(02/07/2012)
Goldie McHenry, the wife of well-remembered Calhoun preacher Gayle McHenry, has died at 97. She recalled her early life in the Village of Hur on a return visit in 2009:

See complete obituary   Goldie L. McHenry

94-year-old Goldie McHenry looks out Hur church
window, recalling life in the village almost 60 years ago

By Bob Weaver 2009

Ninety-four-year old Goldie McHenry, now a resident of Chiefland, Florida, recalled her life in the Village of Hur in the early 1950s during a visit this week.

McHenry visited the fading village, accompanied by her daughters Janet Jenkins and Patty Riffle.

The wife of Methodist pastor Rev. Gayle McHenry said, "Of all the places we have lived, it was a place to which I would have returned. If I could live my life over, it would be at Hur, the people were so kind and helpful."

McHenry spent some time at the Mt. Olive United Methodist Church, now on a short list for closure. It was Rev. McHenry's first pastoral assignment from 1951-1954.

The McHenrys and their four daughters came to Hur not long after the arrival of electricity to live in the tiny parsonage, now gone.

"Gayle was rewarded by his preaching and loved helping farmers put up hay," Goldie said.

She recalled the rural circuit had eight churches at the time, Hur, Cremo, Joker, Stony Point, Mt. Zion, Walnut Grove, Richardson and Phillips Run.

"Can you image trying to pastor all those churches and deliver sermons," Goldie said.

"We always had visitors from other churches attend revival meetings. One of the ladies that attended would get filled with the holy spirit, would shout and throw her song book in the air," recalled Janet McHenry Jenkins.

"One night, close to Christmas, when all the Christians came forward, I noticed she didn't have her song book in hand. Well, as kids we weren't going to be able to watch the song book fly in the air. I bravely walked over and gave her a song book, and sure enough, the book went flying," said Jenkins.

"When we got home, I was in a bit of trouble with dad, who said it was a little too obvious what I had done."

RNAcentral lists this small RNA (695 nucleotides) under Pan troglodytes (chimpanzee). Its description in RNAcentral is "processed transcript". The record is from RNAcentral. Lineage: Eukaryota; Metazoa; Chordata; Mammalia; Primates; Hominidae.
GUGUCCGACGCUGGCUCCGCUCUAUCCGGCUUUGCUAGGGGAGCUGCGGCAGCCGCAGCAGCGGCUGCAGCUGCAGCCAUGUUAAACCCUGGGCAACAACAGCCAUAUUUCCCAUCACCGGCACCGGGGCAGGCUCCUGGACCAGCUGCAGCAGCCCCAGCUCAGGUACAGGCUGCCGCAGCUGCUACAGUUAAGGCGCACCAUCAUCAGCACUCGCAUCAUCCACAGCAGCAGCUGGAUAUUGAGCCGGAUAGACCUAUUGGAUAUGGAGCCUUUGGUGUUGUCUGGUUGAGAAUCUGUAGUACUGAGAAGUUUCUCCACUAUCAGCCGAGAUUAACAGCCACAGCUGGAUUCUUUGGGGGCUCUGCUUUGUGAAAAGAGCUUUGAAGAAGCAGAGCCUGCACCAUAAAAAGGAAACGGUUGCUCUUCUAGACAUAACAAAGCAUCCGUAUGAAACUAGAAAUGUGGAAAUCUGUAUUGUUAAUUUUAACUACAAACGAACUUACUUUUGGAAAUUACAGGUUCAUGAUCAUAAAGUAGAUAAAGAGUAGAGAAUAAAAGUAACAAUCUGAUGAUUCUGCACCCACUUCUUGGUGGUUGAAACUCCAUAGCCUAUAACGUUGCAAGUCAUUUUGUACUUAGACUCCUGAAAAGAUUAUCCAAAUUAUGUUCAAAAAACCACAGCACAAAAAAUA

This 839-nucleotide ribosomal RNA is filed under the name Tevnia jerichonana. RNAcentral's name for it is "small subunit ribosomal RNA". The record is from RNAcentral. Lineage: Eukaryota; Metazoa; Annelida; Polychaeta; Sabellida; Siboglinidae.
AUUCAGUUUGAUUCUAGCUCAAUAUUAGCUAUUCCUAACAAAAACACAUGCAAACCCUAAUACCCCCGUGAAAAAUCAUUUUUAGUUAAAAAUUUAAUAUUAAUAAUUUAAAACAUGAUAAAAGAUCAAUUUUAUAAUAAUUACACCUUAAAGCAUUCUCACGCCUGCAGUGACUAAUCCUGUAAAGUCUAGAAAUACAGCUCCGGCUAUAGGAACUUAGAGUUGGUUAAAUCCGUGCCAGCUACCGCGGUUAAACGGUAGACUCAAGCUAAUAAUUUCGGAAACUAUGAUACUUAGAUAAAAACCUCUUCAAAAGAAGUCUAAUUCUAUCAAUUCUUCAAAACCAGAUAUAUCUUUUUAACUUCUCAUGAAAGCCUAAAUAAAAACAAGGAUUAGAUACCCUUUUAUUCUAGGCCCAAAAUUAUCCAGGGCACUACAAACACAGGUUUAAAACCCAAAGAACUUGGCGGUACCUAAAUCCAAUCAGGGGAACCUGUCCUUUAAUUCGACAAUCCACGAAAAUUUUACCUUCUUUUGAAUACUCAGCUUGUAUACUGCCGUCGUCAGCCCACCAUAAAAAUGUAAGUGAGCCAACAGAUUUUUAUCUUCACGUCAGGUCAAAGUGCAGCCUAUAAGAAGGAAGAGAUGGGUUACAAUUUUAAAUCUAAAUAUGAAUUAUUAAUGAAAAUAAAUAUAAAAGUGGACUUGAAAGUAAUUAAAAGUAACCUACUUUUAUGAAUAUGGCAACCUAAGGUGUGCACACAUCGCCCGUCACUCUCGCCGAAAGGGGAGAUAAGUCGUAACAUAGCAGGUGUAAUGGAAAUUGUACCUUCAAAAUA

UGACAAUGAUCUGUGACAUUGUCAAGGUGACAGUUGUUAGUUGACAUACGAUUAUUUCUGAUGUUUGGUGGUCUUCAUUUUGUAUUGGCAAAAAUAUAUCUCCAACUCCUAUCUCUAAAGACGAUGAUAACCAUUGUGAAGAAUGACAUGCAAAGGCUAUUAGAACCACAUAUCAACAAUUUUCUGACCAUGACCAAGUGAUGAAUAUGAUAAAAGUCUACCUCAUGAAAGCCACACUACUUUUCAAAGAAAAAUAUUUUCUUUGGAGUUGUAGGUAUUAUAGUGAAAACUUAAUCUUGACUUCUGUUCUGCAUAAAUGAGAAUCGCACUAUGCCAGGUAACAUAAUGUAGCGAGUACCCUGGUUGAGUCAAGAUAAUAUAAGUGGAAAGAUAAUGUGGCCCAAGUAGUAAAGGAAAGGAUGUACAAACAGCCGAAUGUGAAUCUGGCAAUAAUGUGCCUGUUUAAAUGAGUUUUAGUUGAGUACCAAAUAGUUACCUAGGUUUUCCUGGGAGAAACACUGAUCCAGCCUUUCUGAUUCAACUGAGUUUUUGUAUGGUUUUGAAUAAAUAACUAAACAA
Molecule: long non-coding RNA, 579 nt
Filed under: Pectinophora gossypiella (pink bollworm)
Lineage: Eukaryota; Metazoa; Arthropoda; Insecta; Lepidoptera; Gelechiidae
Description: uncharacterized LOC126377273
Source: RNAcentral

Goldie (pictured left) said she loved her neighbors at Hur, often spending time at their houses, sharing meals and playing cards - the Reynolds, Starchers and McCoys.

The McHenry children would go to Uncle Charley Starcher's store about every day in the summer for a Pepsi, five cents a bottle.

"Jake Kerby had our drinks put on his bill, but other times Uncle Charley knew we were hot and tired from riding bikes and gave it to us," said Jenkins.

"We would usually pour salty peanuts in the bottle," she said.

Gayle McHenry the day he was ordained, daughter Cleo with dog
on dusty Hur "street," Mt. Olive Church can be seen at a distance

The Hur telephone switch office was next door to the parsonage. "We practically lived at Eula (Toots) Smith Parker's house, where the switchboard was operated," said Jenkins.

"We would operate the board for her when she had chores or go to the store, 'putting people through' by connecting the lines."

"At that time the lines ran deep into the rural communities from Hur. We had party lines and each home had a different ring, like a long ring and two short rings."

"Of course everyone could hear the ring and listen to the conversation, sometimes joining in or making corrections to the comments."

All of the McHenry family eventually moved to Florida, including daughters Cleo and Ann. Preacher McHenry passed away in 1990.

Thirty people were baptized at Cremo in early
1950's, with real "dinner on the ground" after

Goldie continues to quilt, winning blue ribbons at the Florida State Fair. She also goes to exercise class several times a week.

She lamented about the pending closure of the church, looking at a board which said four people had attended the service.

She said "I'll try to hold on to my memories of those better days."

Family at Hur, early 1950's (L to R) Janet, Patty,
Annabelle, mom and dad McHenry (Cleo not shown)

Family in Florida, standing Goldie
(L to R) Janet, Pat, Cleo and Annabel


Hur Herald ©from Sunny Cal
The information on these pages, to the extent the law allows, remains the exclusive property of Bob Weaver and The Hur Herald. information cannot be not be used in any type of commercial endeavor, or used on a web site without the express permission of the owner. Hur Herald published printed editions 1996-1999, Online ©Hur Herald Publishing, 1999, 2000, 2001, 2002, 2003, 2004, 2005, 2006, 2007, 2008, 2009, 2010, 2011, 2012, 2013, 2014, 2015, 2016, 2017, 2018, 2019